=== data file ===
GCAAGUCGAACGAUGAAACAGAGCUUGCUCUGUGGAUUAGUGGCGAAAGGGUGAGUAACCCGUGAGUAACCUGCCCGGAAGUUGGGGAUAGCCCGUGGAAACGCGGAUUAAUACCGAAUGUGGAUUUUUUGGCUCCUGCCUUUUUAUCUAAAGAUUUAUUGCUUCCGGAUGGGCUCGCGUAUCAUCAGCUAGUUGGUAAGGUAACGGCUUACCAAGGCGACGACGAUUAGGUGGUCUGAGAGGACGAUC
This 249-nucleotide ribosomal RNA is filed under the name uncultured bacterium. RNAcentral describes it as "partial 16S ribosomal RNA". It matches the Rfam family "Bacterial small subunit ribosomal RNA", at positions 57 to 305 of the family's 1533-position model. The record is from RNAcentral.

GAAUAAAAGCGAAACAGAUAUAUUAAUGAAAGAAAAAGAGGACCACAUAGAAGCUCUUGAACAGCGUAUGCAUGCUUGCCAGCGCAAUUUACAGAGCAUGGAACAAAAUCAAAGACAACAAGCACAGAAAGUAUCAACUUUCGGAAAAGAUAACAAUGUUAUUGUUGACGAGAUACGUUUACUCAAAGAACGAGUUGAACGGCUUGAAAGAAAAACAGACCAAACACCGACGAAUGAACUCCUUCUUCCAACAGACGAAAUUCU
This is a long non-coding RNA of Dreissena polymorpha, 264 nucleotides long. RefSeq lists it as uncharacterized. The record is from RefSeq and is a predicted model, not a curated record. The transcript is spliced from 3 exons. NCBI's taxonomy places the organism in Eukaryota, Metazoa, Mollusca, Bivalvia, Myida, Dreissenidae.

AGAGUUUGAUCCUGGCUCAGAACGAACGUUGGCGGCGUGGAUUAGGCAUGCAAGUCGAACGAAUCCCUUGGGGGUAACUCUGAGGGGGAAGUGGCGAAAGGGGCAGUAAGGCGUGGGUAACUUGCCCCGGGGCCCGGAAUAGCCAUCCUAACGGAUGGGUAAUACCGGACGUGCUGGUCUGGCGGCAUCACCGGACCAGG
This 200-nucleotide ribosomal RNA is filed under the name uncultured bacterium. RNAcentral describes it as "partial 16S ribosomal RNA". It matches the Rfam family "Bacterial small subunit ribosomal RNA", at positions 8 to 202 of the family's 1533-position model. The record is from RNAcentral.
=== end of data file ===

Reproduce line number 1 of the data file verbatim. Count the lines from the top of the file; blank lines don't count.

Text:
GCAAGUCGAACGAUGAAACAGAGCUUGCUCUGUGGAUUAGUGGCGAAAGGGUGAGUAACCCGUGAGUAACCUGCCCGGAAGUUGGGGAUAGCCCGUGGAAACGCGGAUUAAUACCGAAUGUGGAUUUUUUGGCUCCUGCCUUUUUAUCUAAAGAUUUAUUGCUUCCGGAUGGGCUCGCGUAUCAUCAGCUAGUUGGUAAGGUAACGGCUUACCAAGGCGACGACGAUUAGGUGGUCUGAGAGGACGAUC